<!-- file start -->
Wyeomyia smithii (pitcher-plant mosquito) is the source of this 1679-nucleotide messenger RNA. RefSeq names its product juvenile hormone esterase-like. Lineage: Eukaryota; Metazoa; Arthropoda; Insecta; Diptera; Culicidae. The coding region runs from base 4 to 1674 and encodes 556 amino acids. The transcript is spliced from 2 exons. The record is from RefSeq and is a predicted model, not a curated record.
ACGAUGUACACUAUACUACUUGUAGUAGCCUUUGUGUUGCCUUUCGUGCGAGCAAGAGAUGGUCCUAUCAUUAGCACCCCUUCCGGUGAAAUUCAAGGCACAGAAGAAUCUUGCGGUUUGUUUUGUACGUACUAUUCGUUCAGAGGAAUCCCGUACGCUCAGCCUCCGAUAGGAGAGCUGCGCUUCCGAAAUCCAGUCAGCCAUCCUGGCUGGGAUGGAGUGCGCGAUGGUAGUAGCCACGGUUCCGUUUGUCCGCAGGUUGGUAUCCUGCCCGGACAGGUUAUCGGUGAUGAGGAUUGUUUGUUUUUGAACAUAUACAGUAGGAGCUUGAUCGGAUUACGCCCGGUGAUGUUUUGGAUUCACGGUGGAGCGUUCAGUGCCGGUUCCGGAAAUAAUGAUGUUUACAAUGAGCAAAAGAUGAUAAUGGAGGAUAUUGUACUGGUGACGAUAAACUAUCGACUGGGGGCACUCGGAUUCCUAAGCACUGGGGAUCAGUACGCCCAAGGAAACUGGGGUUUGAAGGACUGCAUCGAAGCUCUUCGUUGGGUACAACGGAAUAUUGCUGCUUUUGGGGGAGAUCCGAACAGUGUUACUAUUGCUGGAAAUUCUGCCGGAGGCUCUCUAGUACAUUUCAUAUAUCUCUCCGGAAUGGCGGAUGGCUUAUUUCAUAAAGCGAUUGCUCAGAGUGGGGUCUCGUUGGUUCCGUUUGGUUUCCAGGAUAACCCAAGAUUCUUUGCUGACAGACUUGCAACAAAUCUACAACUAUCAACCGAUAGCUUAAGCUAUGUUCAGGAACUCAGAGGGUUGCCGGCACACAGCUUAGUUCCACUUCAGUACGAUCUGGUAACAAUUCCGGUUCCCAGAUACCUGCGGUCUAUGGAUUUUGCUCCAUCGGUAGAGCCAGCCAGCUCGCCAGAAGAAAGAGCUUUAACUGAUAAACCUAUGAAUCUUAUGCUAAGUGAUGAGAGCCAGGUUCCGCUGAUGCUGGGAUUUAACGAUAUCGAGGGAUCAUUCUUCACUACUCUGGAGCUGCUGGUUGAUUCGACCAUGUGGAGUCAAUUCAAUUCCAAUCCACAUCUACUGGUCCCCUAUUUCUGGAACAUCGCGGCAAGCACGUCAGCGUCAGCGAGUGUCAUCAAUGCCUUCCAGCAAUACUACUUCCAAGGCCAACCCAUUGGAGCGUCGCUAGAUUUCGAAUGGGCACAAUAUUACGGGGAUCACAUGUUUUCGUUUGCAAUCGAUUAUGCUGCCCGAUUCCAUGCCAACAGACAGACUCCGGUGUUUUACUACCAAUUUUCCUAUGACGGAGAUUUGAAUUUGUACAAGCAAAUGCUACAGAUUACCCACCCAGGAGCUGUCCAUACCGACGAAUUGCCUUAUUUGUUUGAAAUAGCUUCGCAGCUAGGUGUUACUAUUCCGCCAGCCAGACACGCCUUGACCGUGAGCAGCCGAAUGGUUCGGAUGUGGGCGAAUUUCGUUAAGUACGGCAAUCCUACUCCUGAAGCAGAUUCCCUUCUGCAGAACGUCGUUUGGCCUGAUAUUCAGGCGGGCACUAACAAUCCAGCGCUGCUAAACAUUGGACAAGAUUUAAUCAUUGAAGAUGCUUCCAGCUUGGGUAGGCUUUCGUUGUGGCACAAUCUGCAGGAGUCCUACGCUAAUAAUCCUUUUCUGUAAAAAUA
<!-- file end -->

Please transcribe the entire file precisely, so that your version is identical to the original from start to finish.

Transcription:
Wyeomyia smithii (pitcher-plant mosquito) is the source of this 1679-nucleotide messenger RNA. RefSeq names its product juvenile hormone esterase-like. Lineage: Eukaryota; Metazoa; Arthropoda; Insecta; Diptera; Culicidae. The coding region runs from base 4 to 1674 and encodes 556 amino acids. The transcript is spliced from 2 exons. The record is from RefSeq and is a predicted model, not a curated record.
ACGAUGUACACUAUACUACUUGUAGUAGCCUUUGUGUUGCCUUUCGUGCGAGCAAGAGAUGGUCCUAUCAUUAGCACCCCUUCCGGUGAAAUUCAAGGCACAGAAGAAUCUUGCGGUUUGUUUUGUACGUACUAUUCGUUCAGAGGAAUCCCGUACGCUCAGCCUCCGAUAGGAGAGCUGCGCUUCCGAAAUCCAGUCAGCCAUCCUGGCUGGGAUGGAGUGCGCGAUGGUAGUAGCCACGGUUCCGUUUGUCCGCAGGUUGGUAUCCUGCCCGGACAGGUUAUCGGUGAUGAGGAUUGUUUGUUUUUGAACAUAUACAGUAGGAGCUUGAUCGGAUUACGCCCGGUGAUGUUUUGGAUUCACGGUGGAGCGUUCAGUGCCGGUUCCGGAAAUAAUGAUGUUUACAAUGAGCAAAAGAUGAUAAUGGAGGAUAUUGUACUGGUGACGAUAAACUAUCGACUGGGGGCACUCGGAUUCCUAAGCACUGGGGAUCAGUACGCCCAAGGAAACUGGGGUUUGAAGGACUGCAUCGAAGCUCUUCGUUGGGUACAACGGAAUAUUGCUGCUUUUGGGGGAGAUCCGAACAGUGUUACUAUUGCUGGAAAUUCUGCCGGAGGCUCUCUAGUACAUUUCAUAUAUCUCUCCGGAAUGGCGGAUGGCUUAUUUCAUAAAGCGAUUGCUCAGAGUGGGGUCUCGUUGGUUCCGUUUGGUUUCCAGGAUAACCCAAGAUUCUUUGCUGACAGACUUGCAACAAAUCUACAACUAUCAACCGAUAGCUUAAGCUAUGUUCAGGAACUCAGAGGGUUGCCGGCACACAGCUUAGUUCCACUUCAGUACGAUCUGGUAACAAUUCCGGUUCCCAGAUACCUGCGGUCUAUGGAUUUUGCUCCAUCGGUAGAGCCAGCCAGCUCGCCAGAAGAAAGAGCUUUAACUGAUAAACCUAUGAAUCUUAUGCUAAGUGAUGAGAGCCAGGUUCCGCUGAUGCUGGGAUUUAACGAUAUCGAGGGAUCAUUCUUCACUACUCUGGAGCUGCUGGUUGAUUCGACCAUGUGGAGUCAAUUCAAUUCCAAUCCACAUCUACUGGUCCCCUAUUUCUGGAACAUCGCGGCAAGCACGUCAGCGUCAGCGAGUGUCAUCAAUGCCUUCCAGCAAUACUACUUCCAAGGCCAACCCAUUGGAGCGUCGCUAGAUUUCGAAUGGGCACAAUAUUACGGGGAUCACAUGUUUUCGUUUGCAAUCGAUUAUGCUGCCCGAUUCCAUGCCAACAGACAGACUCCGGUGUUUUACUACCAAUUUUCCUAUGACGGAGAUUUGAAUUUGUACAAGCAAAUGCUACAGAUUACCCACCCAGGAGCUGUCCAUACCGACGAAUUGCCUUAUUUGUUUGAAAUAGCUUCGCAGCUAGGUGUUACUAUUCCGCCAGCCAGACACGCCUUGACCGUGAGCAGCCGAAUGGUUCGGAUGUGGGCGAAUUUCGUUAAGUACGGCAAUCCUACUCCUGAAGCAGAUUCCCUUCUGCAGAACGUCGUUUGGCCUGAUAUUCAGGCGGGCACUAACAAUCCAGCGCUGCUAAACAUUGGACAAGAUUUAAUCAUUGAAGAUGCUUCCAGCUUGGGUAGGCUUUCGUUGUGGCACAAUCUGCAGGAGUCCUACGCUAAUAAUCCUUUUCUGUAAAAAUA